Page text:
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Comment Request- Understanding the Relationship Between Poverty, Well-Being and Food Security

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Federal Register Notices
Comment Request
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In accordance with the Paperwork Reduction Act of 1995, this notice invites the general public and other public agencies to comment on this proposed information collection. This new collection will provide the U.S. Department of Agriculture (USDA), Food and Nutrition Service (FNS) with new information about food security and individual and family circumstances and environmental factors related to poverty in six persistently poor counties.


This is a new information collection request. The Supplemental Nutrition Assistance Program (SNAP) is the nation's largest federal program aimed at reducing food insecurity and increasing access to healthy food. SNAP is administered by USDA, FNS and provides nutrition assistance benefits to program participants, the majority of whom are children, the elderly, or people with disabilities. Through this data collection effort, FNS seeks to understand the interrelated factors that lead to household food insecurity. Data will be collected in six counties experiencing persistent intergenerational poverty through a study titled Understanding the Relationship Between Poverty, Well-Being, and Food Security.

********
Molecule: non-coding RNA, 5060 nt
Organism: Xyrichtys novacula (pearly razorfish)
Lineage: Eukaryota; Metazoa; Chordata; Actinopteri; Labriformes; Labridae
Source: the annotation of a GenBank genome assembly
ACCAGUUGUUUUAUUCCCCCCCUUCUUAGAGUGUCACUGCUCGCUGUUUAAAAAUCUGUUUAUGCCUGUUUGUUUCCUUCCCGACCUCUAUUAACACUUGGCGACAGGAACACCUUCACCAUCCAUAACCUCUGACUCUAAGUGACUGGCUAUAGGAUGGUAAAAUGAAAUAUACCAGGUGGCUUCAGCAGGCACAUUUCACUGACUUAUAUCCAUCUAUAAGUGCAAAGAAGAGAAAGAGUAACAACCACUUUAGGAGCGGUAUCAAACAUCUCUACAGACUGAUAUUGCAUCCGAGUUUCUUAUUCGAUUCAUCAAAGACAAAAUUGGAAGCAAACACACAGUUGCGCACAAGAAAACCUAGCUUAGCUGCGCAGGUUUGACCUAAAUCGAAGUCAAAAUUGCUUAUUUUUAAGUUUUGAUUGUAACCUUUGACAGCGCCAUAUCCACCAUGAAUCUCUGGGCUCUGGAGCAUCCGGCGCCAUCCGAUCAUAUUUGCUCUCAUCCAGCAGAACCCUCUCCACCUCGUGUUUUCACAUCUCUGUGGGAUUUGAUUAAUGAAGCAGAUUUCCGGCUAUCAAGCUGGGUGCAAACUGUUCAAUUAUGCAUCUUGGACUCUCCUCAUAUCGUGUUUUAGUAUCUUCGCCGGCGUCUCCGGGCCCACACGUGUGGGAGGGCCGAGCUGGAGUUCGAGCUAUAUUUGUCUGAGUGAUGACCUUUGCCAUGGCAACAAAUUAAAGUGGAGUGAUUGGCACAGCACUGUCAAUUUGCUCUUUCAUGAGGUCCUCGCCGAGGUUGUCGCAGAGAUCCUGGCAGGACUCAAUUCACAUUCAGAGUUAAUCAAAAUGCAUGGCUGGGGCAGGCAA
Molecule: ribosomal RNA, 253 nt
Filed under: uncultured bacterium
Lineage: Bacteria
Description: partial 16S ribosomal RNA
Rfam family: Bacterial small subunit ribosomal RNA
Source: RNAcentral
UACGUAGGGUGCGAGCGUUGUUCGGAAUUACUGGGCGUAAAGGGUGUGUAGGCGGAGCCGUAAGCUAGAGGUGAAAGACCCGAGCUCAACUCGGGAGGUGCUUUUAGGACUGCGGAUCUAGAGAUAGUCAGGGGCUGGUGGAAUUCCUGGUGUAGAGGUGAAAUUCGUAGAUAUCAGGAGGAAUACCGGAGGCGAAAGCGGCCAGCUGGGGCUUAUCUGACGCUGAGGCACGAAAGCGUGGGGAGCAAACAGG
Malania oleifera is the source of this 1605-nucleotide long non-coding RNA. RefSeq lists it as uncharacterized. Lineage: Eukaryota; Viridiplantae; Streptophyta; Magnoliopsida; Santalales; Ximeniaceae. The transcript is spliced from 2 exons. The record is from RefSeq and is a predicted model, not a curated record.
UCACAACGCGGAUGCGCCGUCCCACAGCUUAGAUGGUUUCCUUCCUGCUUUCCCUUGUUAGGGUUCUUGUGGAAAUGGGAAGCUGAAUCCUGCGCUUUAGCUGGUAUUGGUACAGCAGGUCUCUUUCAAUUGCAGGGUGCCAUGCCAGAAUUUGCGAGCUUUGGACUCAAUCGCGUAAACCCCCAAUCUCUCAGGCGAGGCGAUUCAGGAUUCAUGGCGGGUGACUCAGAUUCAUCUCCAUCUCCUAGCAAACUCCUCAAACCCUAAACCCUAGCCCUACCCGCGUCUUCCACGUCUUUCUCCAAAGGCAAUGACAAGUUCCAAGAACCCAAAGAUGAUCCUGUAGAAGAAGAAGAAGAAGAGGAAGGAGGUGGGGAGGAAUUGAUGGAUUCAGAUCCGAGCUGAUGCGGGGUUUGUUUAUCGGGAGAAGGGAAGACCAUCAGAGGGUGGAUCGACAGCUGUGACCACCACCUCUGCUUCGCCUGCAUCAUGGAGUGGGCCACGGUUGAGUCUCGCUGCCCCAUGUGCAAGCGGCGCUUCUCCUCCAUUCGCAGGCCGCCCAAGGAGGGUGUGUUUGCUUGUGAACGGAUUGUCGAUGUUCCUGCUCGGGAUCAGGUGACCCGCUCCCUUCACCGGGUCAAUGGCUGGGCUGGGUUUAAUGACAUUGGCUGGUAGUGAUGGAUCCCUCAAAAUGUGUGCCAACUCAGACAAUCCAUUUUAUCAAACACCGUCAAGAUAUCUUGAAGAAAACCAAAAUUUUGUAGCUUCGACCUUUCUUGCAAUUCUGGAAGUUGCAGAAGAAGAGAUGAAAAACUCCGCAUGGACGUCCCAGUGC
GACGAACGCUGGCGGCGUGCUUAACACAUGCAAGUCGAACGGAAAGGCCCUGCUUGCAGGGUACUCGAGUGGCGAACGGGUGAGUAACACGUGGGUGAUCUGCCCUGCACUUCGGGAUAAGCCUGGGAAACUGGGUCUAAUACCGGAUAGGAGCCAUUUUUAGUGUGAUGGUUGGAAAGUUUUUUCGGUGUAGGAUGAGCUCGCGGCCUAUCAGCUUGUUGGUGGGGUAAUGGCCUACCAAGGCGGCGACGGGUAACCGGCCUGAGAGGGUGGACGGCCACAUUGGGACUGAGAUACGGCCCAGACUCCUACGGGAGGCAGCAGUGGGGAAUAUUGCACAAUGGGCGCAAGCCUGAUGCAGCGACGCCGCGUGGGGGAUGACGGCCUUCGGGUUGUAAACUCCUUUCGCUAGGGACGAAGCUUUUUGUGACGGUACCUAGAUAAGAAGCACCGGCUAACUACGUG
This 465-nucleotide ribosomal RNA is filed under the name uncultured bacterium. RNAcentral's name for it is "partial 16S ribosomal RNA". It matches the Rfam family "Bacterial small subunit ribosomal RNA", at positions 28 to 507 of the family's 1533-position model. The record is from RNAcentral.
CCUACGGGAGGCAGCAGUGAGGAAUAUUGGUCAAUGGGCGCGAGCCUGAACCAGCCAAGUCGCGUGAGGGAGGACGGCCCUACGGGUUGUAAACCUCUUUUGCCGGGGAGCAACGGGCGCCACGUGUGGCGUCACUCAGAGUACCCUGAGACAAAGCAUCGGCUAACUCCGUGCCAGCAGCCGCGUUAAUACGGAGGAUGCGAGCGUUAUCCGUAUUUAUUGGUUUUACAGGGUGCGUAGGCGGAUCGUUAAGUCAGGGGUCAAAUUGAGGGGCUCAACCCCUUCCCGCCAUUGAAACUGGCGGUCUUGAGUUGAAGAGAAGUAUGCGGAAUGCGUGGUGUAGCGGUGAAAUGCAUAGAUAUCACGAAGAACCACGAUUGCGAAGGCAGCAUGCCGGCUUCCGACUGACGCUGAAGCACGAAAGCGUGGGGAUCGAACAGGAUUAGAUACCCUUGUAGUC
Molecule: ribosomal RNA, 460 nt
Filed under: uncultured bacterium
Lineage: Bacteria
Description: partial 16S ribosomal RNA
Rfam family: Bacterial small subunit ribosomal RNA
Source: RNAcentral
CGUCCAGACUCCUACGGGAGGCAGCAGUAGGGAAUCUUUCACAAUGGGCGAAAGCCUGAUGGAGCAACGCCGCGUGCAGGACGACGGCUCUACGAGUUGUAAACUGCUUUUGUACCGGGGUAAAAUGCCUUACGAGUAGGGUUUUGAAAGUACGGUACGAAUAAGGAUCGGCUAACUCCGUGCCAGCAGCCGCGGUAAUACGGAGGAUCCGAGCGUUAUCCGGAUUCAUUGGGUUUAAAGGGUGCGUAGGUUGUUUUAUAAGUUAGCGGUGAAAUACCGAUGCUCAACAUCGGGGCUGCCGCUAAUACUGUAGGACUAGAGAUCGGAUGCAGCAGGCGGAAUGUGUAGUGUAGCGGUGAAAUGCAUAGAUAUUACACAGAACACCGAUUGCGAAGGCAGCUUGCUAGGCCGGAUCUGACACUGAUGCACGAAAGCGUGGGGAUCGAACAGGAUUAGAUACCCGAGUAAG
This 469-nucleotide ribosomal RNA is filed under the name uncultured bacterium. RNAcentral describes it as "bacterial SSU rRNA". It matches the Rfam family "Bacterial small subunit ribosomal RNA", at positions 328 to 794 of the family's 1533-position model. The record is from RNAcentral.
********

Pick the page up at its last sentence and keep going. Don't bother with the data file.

Understanding the Relationship Between Poverty, Well-Being, and Food Security will allow FNS to gain a deeper understanding of the interrelated factors that affect the food security status of SNAP beneficiaries and SNAP-eligible nonparticipants, information which has not previously collected in persistently poor counties. The USDA's Economic Research Service (ERS) defines counties as being persistently poor if 20 percent or more of county residents were poor at each of several points in time over a 30-year period, measured by the 1980, 1990, and 2000 censuses and the 2007-2011 American Community Survey. Examining food insecurity and poverty in these populations will help FNS better understand the association between SNAP, other USDA-administered programs, and community-based assistance with well-being and the food environment.

Page updated: June 24, 2024